The requirement to access molecules in single mirror-image forms (for use in medicines, agrochemicals, materials, and fine chemicals) has placed enantioselective synthesis at the forefront of international activity in organic chemistry. At the outset of this programme, preliminary studies at Strathclyde had led to the formation of new magnesium bisamide reagents that had delivered appreciable selectivities in selected asymmetric processes. In this funded study, more efficient Mg-based reagents were devised, prepared, and used in enantioselective synthesis. More specifically, a series of Mg-amide bases that incorporate metal chelating side-arms were accessed, and which showed further enhanced levels of enantioselectivity in the deprotonation of a series of substituted cyclohexanones (in up to 94:6 enantiomeric ratio (e.r.)). A range of new aryloxy- and alkoxymagnesium amide base systems were also accessed, which showed moderate to good selectivity in benchmark asymmetric processes. More notably, an array of C2- and psuedo-C2-symmetric Mg-amine based systems were also explored, with excellent selectivities being observed (up to 95:5 e.r.), and at levels which are significantly higher than alternative simple chiral (lithium) amide bases. These new Mg base systems can be also employed at more elevated temperatures (e.g. -20˚C to 0˚C) with only minimal drop-off in e.r.; the same is also the case with the new chelating chiral bases prepared as part of this programme. This latter observation, has significant positive implications for the more widespread and energy-efficient use of such emerging Mg-amide bases; such higher temperature processes are not feasible with the equivalent Li-based systems.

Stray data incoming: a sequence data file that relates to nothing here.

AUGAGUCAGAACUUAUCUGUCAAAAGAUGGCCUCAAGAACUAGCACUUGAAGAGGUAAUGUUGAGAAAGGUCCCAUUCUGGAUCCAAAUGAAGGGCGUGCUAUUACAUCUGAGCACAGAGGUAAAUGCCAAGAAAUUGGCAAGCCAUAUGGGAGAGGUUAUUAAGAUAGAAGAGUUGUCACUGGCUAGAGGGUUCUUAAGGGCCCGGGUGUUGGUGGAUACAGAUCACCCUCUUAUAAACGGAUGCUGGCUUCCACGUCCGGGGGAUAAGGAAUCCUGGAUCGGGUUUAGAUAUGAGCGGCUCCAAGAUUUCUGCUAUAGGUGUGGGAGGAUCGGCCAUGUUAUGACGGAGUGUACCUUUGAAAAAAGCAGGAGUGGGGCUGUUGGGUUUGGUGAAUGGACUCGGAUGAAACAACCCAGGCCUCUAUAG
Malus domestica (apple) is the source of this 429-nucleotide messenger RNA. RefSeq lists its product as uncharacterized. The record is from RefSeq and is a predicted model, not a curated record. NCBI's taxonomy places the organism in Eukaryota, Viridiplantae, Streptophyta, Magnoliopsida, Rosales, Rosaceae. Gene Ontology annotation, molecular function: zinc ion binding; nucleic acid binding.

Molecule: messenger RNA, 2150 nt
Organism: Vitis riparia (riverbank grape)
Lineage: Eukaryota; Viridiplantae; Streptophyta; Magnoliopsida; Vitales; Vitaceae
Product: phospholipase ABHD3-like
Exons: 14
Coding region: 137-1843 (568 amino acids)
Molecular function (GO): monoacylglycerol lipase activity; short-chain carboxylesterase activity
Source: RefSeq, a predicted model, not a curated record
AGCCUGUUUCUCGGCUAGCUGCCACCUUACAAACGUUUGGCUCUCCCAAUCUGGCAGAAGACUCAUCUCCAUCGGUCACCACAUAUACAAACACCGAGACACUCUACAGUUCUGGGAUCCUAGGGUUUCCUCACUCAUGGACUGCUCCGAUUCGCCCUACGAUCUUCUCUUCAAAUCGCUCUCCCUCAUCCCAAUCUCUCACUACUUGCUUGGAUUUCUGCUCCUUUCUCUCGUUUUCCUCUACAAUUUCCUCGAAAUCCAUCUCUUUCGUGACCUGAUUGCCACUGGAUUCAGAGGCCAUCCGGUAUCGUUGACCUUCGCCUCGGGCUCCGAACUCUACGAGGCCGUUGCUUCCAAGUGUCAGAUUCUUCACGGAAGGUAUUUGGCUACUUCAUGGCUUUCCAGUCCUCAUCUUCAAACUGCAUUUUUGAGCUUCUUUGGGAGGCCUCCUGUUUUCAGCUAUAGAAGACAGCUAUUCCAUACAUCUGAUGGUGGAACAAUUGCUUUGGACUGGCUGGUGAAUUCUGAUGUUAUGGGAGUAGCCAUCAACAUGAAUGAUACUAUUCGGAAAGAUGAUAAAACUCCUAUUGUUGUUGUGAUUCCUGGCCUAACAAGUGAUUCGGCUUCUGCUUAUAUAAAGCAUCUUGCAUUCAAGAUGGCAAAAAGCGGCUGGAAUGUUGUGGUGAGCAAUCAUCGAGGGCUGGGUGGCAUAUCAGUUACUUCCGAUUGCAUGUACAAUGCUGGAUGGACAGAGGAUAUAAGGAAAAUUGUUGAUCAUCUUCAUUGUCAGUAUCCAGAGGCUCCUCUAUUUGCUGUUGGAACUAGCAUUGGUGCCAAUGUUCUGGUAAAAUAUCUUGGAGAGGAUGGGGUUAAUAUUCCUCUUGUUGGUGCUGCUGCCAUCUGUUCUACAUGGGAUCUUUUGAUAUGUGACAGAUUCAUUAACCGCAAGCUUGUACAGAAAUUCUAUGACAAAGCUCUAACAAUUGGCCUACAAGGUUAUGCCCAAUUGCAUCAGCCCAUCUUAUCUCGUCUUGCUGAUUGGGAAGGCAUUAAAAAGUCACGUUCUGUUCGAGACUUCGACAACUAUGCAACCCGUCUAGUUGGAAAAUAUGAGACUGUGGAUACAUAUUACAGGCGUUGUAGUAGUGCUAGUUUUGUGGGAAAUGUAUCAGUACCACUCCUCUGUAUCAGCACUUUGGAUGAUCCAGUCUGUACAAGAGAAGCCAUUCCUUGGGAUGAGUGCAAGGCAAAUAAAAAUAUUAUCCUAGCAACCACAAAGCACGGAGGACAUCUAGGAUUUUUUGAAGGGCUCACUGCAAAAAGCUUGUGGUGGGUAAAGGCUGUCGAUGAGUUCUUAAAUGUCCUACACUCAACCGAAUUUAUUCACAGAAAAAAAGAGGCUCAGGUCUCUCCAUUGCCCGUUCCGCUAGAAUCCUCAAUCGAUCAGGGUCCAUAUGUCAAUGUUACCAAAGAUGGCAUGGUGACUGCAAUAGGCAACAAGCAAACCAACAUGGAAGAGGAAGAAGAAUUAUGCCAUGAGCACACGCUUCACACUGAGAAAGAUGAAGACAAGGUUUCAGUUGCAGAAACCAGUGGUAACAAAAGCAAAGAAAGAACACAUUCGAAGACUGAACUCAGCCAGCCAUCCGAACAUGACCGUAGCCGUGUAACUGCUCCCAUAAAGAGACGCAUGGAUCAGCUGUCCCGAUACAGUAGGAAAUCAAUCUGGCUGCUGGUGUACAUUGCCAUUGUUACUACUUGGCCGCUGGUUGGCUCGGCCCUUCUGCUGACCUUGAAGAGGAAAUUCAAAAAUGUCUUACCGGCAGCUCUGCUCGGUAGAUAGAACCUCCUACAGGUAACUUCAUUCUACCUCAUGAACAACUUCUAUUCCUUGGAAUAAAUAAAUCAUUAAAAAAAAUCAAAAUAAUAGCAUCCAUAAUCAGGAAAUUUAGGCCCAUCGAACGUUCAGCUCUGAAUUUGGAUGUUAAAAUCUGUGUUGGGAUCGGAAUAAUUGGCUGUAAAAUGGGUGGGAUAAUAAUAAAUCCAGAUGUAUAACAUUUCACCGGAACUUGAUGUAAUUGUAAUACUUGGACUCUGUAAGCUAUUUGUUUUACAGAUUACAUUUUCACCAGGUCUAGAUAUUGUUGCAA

Alkylmagnesium amide bases have now also been shown to deliver efficiencies and enantioselectivities comparable with those of the Mg-bisamides but with only half the quantity of chiral amine. This further improves the cost-effectiveness of the new Mg-amide base systems. Formulation of sought after catalytic asymmetric deprotonation reaction processes were also targeted. In this regard, a recycling system has started to emerge, with sub-stoichiometric quantities of chiral amine (up to 43% yield and 83:17 e.r.).
During the catalytic asymmetric studies, when employing hindered dialkyl- or diaryl-Mg reagents, it has been shown that desired deprotonations can be performed by a non-nucleophilic carbon-centred base (i.e. without any amine). Moreover, these processes proceed effectively without any significant reaction cooling and using only 0.5 mol. of the organometallic reagent, to offer appreciable advantages to the preparative chemistry community. This exciting departure is now the subject of both on-going studies within our laboratory and future grant applications.
It should be noted that an additional series of publications has yet to emerge from this project overall, with an estimated further seven papers forthcoming. Overall, a spectrum of new and efficient methods for employment in organic synthesis has emerged from this funded programme. As such, this work will be of considerable value to beneficiaries in academia, the pharmaceutical, agrochemical, materials, and fine chemicals industries, and, in turn, the UK economy and quality of life.